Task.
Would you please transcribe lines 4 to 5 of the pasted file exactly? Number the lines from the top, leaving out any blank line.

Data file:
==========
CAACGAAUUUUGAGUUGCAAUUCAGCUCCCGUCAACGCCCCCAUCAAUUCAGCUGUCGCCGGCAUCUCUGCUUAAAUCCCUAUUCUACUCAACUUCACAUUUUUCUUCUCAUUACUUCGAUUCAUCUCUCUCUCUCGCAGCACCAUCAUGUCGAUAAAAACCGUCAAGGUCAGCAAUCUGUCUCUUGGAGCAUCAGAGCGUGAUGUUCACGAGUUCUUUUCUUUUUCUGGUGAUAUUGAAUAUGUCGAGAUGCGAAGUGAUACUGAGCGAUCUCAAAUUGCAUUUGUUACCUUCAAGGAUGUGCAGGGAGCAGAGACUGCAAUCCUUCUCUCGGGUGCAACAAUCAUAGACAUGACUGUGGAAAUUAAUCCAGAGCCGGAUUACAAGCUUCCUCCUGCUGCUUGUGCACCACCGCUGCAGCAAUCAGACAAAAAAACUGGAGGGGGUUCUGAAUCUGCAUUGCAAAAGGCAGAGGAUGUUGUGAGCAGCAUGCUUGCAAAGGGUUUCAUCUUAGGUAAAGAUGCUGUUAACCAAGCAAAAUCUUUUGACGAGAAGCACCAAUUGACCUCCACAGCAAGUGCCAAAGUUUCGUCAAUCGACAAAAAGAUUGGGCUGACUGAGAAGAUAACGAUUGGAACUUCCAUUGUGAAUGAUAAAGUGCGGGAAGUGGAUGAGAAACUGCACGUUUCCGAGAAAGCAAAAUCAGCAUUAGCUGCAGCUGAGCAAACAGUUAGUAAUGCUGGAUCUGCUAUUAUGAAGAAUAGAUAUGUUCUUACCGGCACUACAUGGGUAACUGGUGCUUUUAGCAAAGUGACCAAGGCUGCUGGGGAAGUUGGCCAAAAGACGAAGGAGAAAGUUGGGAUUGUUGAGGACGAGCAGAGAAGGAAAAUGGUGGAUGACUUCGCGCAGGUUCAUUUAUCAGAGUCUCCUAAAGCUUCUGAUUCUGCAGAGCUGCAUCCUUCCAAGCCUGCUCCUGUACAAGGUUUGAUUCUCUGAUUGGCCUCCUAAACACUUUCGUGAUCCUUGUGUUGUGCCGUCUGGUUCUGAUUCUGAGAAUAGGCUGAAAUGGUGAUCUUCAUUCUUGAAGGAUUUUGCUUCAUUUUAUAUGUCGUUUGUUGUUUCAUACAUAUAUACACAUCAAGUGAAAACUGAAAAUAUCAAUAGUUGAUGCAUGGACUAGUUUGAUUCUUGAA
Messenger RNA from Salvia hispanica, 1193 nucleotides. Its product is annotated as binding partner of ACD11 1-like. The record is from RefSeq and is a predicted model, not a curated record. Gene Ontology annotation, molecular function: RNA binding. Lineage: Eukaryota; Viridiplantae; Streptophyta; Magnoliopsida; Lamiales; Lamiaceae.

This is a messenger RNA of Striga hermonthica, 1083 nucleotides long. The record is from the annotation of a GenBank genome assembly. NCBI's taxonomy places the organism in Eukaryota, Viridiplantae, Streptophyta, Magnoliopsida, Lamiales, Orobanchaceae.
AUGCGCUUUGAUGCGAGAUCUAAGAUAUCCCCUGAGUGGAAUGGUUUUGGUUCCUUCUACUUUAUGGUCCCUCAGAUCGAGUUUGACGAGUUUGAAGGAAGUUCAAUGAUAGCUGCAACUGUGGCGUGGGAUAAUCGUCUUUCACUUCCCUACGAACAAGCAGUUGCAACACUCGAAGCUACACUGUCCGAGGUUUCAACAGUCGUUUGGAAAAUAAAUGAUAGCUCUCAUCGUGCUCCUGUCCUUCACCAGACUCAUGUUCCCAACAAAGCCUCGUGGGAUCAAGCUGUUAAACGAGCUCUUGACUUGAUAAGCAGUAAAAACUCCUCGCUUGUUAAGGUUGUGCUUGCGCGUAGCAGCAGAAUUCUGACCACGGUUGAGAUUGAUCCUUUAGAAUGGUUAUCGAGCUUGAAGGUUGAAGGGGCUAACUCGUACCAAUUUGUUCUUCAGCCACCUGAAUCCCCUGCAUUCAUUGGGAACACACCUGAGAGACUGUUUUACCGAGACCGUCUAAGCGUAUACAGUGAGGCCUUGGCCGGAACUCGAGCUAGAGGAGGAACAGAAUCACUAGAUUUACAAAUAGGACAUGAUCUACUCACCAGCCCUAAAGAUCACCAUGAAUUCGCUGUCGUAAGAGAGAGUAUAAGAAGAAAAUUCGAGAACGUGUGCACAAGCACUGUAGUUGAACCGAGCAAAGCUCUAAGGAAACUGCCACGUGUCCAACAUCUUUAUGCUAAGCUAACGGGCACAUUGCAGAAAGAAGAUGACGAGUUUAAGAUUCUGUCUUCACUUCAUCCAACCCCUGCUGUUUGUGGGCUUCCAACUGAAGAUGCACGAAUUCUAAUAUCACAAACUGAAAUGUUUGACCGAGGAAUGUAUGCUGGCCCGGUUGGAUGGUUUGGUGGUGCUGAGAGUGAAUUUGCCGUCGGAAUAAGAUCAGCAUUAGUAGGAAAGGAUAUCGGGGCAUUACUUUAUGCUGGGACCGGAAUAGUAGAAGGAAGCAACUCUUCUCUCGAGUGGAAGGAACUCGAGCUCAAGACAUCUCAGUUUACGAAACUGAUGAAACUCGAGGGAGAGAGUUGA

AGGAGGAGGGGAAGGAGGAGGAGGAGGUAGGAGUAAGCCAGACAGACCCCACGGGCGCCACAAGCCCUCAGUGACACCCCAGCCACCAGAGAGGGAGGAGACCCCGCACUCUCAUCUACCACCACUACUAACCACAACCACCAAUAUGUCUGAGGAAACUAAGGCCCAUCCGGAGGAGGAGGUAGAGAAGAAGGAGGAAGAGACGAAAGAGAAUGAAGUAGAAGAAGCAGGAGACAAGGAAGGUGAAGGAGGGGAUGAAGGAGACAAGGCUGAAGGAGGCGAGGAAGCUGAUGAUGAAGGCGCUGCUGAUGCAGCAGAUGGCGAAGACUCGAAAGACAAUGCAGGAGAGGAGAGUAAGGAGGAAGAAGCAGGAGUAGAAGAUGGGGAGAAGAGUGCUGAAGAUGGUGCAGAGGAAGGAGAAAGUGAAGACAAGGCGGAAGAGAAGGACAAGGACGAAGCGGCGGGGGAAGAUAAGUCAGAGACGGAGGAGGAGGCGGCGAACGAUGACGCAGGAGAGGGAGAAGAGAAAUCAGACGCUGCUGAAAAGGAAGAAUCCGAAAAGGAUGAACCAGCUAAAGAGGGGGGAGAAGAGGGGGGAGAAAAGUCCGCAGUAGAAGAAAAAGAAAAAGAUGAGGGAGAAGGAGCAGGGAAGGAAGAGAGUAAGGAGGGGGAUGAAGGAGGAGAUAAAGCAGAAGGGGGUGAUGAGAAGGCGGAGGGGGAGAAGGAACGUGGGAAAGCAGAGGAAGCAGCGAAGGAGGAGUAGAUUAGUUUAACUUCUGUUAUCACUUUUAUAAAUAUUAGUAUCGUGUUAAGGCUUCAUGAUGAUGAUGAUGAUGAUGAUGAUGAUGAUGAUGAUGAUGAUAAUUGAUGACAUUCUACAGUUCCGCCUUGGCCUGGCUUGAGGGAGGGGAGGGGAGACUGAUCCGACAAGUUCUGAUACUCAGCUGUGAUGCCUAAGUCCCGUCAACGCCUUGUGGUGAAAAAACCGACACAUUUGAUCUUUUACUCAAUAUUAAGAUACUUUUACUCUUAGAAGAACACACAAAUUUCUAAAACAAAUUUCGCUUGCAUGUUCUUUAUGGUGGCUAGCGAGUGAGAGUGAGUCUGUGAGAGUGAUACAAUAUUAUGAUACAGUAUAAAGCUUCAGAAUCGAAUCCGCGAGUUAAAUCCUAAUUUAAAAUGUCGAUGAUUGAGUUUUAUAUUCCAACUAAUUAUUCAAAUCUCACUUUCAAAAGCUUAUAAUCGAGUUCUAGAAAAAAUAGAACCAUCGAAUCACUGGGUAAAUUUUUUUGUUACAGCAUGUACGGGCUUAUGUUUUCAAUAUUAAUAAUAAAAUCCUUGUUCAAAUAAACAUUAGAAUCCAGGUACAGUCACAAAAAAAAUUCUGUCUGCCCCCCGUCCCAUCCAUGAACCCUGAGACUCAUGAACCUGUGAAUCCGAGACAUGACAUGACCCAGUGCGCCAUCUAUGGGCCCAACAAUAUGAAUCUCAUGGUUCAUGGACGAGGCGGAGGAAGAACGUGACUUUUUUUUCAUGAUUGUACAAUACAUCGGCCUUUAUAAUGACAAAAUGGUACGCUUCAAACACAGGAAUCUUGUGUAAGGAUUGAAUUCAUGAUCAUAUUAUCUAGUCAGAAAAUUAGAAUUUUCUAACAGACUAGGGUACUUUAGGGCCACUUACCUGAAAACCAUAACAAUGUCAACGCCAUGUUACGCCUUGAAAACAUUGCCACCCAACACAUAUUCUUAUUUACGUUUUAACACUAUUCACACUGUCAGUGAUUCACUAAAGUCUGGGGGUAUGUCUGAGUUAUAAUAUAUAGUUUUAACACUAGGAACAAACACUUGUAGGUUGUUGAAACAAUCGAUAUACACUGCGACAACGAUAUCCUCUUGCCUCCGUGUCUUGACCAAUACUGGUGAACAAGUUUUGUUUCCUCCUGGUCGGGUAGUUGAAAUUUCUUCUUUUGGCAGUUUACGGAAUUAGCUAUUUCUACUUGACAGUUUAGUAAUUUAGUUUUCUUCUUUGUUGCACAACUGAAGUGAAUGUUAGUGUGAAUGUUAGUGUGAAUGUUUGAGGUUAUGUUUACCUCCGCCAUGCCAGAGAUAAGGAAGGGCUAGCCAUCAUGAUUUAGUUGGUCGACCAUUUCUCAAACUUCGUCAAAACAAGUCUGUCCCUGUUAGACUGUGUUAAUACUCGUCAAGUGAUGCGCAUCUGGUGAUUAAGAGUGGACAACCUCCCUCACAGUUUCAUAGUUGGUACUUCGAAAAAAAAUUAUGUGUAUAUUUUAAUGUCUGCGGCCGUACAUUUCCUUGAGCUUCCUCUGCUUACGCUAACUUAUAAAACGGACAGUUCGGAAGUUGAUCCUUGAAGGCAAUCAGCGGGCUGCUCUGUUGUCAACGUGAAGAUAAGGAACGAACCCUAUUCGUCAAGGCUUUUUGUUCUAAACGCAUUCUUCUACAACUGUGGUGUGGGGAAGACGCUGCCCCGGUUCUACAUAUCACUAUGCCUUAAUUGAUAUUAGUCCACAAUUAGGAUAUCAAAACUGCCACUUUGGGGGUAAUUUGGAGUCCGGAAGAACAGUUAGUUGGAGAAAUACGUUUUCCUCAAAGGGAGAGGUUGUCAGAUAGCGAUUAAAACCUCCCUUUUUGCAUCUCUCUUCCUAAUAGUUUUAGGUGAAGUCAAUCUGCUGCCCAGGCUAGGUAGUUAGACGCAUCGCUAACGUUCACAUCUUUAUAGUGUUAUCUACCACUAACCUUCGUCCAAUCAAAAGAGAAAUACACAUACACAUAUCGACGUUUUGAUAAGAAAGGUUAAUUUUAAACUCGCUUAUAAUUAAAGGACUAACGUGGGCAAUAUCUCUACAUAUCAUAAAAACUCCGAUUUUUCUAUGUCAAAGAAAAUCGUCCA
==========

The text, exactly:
AUGCGCUUUGAUGCGAGAUCUAAGAUAUCCCCUGAGUGGAAUGGUUUUGGUUCCUUCUACUUUAUGGUCCCUCAGAUCGAGUUUGACGAGUUUGAAGGAAGUUCAAUGAUAGCUGCAACUGUGGCGUGGGAUAAUCGUCUUUCACUUCCCUACGAACAAGCAGUUGCAACACUCGAAGCUACACUGUCCGAGGUUUCAACAGUCGUUUGGAAAAUAAAUGAUAGCUCUCAUCGUGCUCCUGUCCUUCACCAGACUCAUGUUCCCAACAAAGCCUCGUGGGAUCAAGCUGUUAAACGAGCUCUUGACUUGAUAAGCAGUAAAAACUCCUCGCUUGUUAAGGUUGUGCUUGCGCGUAGCAGCAGAAUUCUGACCACGGUUGAGAUUGAUCCUUUAGAAUGGUUAUCGAGCUUGAAGGUUGAAGGGGCUAACUCGUACCAAUUUGUUCUUCAGCCACCUGAAUCCCCUGCAUUCAUUGGGAACACACCUGAGAGACUGUUUUACCGAGACCGUCUAAGCGUAUACAGUGAGGCCUUGGCCGGAACUCGAGCUAGAGGAGGAACAGAAUCACUAGAUUUACAAAUAGGACAUGAUCUACUCACCAGCCCUAAAGAUCACCAUGAAUUCGCUGUCGUAAGAGAGAGUAUAAGAAGAAAAUUCGAGAACGUGUGCACAAGCACUGUAGUUGAACCGAGCAAAGCUCUAAGGAAACUGCCACGUGUCCAACAUCUUUAUGCUAAGCUAACGGGCACAUUGCAGAAAGAAGAUGACGAGUUUAAGAUUCUGUCUUCACUUCAUCCAACCCCUGCUGUUUGUGGGCUUCCAACUGAAGAUGCACGAAUUCUAAUAUCACAAACUGAAAUGUUUGACCGAGGAAUGUAUGCUGGCCCGGUUGGAUGGUUUGGUGGUGCUGAGAGUGAAUUUGCCGUCGGAAUAAGAUCAGCAUUAGUAGGAAAGGAUAUCGGGGCAUUACUUUAUGCUGGGACCGGAAUAGUAGAAGGAAGCAACUCUUCUCUCGAGUGGAAGGAACUCGAGCUCAAGACAUCUCAGUUUACGAAACUGAUGAAACUCGAGGGAGAGAGUUGA

AGGAGGAGGGGAAGGAGGAGGAGGAGGUAGGAGUAAGCCAGACAGACCCCACGGGCGCCACAAGCCCUCAGUGACACCCCAGCCACCAGAGAGGGAGGAGACCCCGCACUCUCAUCUACCACCACUACUAACCACAACCACCAAUAUGUCUGAGGAAACUAAGGCCCAUCCGGAGGAGGAGGUAGAGAAGAAGGAGGAAGAGACGAAAGAGAAUGAAGUAGAAGAAGCAGGAGACAAGGAAGGUGAAGGAGGGGAUGAAGGAGACAAGGCUGAAGGAGGCGAGGAAGCUGAUGAUGAAGGCGCUGCUGAUGCAGCAGAUGGCGAAGACUCGAAAGACAAUGCAGGAGAGGAGAGUAAGGAGGAAGAAGCAGGAGUAGAAGAUGGGGAGAAGAGUGCUGAAGAUGGUGCAGAGGAAGGAGAAAGUGAAGACAAGGCGGAAGAGAAGGACAAGGACGAAGCGGCGGGGGAAGAUAAGUCAGAGACGGAGGAGGAGGCGGCGAACGAUGACGCAGGAGAGGGAGAAGAGAAAUCAGACGCUGCUGAAAAGGAAGAAUCCGAAAAGGAUGAACCAGCUAAAGAGGGGGGAGAAGAGGGGGGAGAAAAGUCCGCAGUAGAAGAAAAAGAAAAAGAUGAGGGAGAAGGAGCAGGGAAGGAAGAGAGUAAGGAGGGGGAUGAAGGAGGAGAUAAAGCAGAAGGGGGUGAUGAGAAGGCGGAGGGGGAGAAGGAACGUGGGAAAGCAGAGGAAGCAGCGAAGGAGGAGUAGAUUAGUUUAACUUCUGUUAUCACUUUUAUAAAUAUUAGUAUCGUGUUAAGGCUUCAUGAUGAUGAUGAUGAUGAUGAUGAUGAUGAUGAUGAUGAUGAUAAUUGAUGACAUUCUACAGUUCCGCCUUGGCCUGGCUUGAGGGAGGGGAGGGGAGACUGAUCCGACAAGUUCUGAUACUCAGCUGUGAUGCCUAAGUCCCGUCAACGCCUUGUGGUGAAAAAACCGACACAUUUGAUCUUUUACUCAAUAUUAAGAUACUUUUACUCUUAGAAGAACACACAAAUUUCUAAAACAAAUUUCGCUUGCAUGUUCUUUAUGGUGGCUAGCGAGUGAGAGUGAGUCUGUGAGAGUGAUACAAUAUUAUGAUACAGUAUAAAGCUUCAGAAUCGAAUCCGCGAGUUAAAUCCUAAUUUAAAAUGUCGAUGAUUGAGUUUUAUAUUCCAACUAAUUAUUCAAAUCUCACUUUCAAAAGCUUAUAAUCGAGUUCUAGAAAAAAUAGAACCAUCGAAUCACUGGGUAAAUUUUUUUGUUACAGCAUGUACGGGCUUAUGUUUUCAAUAUUAAUAAUAAAAUCCUUGUUCAAAUAAACAUUAGAAUCCAGGUACAGUCACAAAAAAAAUUCUGUCUGCCCCCCGUCCCAUCCAUGAACCCUGAGACUCAUGAACCUGUGAAUCCGAGACAUGACAUGACCCAGUGCGCCAUCUAUGGGCCCAACAAUAUGAAUCUCAUGGUUCAUGGACGAGGCGGAGGAAGAACGUGACUUUUUUUUCAUGAUUGUACAAUACAUCGGCCUUUAUAAUGACAAAAUGGUACGCUUCAAACACAGGAAUCUUGUGUAAGGAUUGAAUUCAUGAUCAUAUUAUCUAGUCAGAAAAUUAGAAUUUUCUAACAGACUAGGGUACUUUAGGGCCACUUACCUGAAAACCAUAACAAUGUCAACGCCAUGUUACGCCUUGAAAACAUUGCCACCCAACACAUAUUCUUAUUUACGUUUUAACACUAUUCACACUGUCAGUGAUUCACUAAAGUCUGGGGGUAUGUCUGAGUUAUAAUAUAUAGUUUUAACACUAGGAACAAACACUUGUAGGUUGUUGAAACAAUCGAUAUACACUGCGACAACGAUAUCCUCUUGCCUCCGUGUCUUGACCAAUACUGGUGAACAAGUUUUGUUUCCUCCUGGUCGGGUAGUUGAAAUUUCUUCUUUUGGCAGUUUACGGAAUUAGCUAUUUCUACUUGACAGUUUAGUAAUUUAGUUUUCUUCUUUGUUGCACAACUGAAGUGAAUGUUAGUGUGAAUGUUAGUGUGAAUGUUUGAGGUUAUGUUUACCUCCGCCAUGCCAGAGAUAAGGAAGGGCUAGCCAUCAUGAUUUAGUUGGUCGACCAUUUCUCAAACUUCGUCAAAACAAGUCUGUCCCUGUUAGACUGUGUUAAUACUCGUCAAGUGAUGCGCAUCUGGUGAUUAAGAGUGGACAACCUCCCUCACAGUUUCAUAGUUGGUACUUCGAAAAAAAAUUAUGUGUAUAUUUUAAUGUCUGCGGCCGUACAUUUCCUUGAGCUUCCUCUGCUUACGCUAACUUAUAAAACGGACAGUUCGGAAGUUGAUCCUUGAAGGCAAUCAGCGGGCUGCUCUGUUGUCAACGUGAAGAUAAGGAACGAACCCUAUUCGUCAAGGCUUUUUGUUCUAAACGCAUUCUUCUACAACUGUGGUGUGGGGAAGACGCUGCCCCGGUUCUACAUAUCACUAUGCCUUAAUUGAUAUUAGUCCACAAUUAGGAUAUCAAAACUGCCACUUUGGGGGUAAUUUGGAGUCCGGAAGAACAGUUAGUUGGAGAAAUACGUUUUCCUCAAAGGGAGAGGUUGUCAGAUAGCGAUUAAAACCUCCCUUUUUGCAUCUCUCUUCCUAAUAGUUUUAGGUGAAGUCAAUCUGCUGCCCAGGCUAGGUAGUUAGACGCAUCGCUAACGUUCACAUCUUUAUAGUGUUAUCUACCACUAACCUUCGUCCAAUCAAAAGAGAAAUACACAUACACAUAUCGACGUUUUGAUAAGAAAGGUUAAUUUUAAACUCGCUUAUAAUUAAAGGACUAACGUGGGCAAUAUCUCUACAUAUCAUAAAAACUCCGAUUUUUCUAUGUCAAAGAAAAUCGUCCA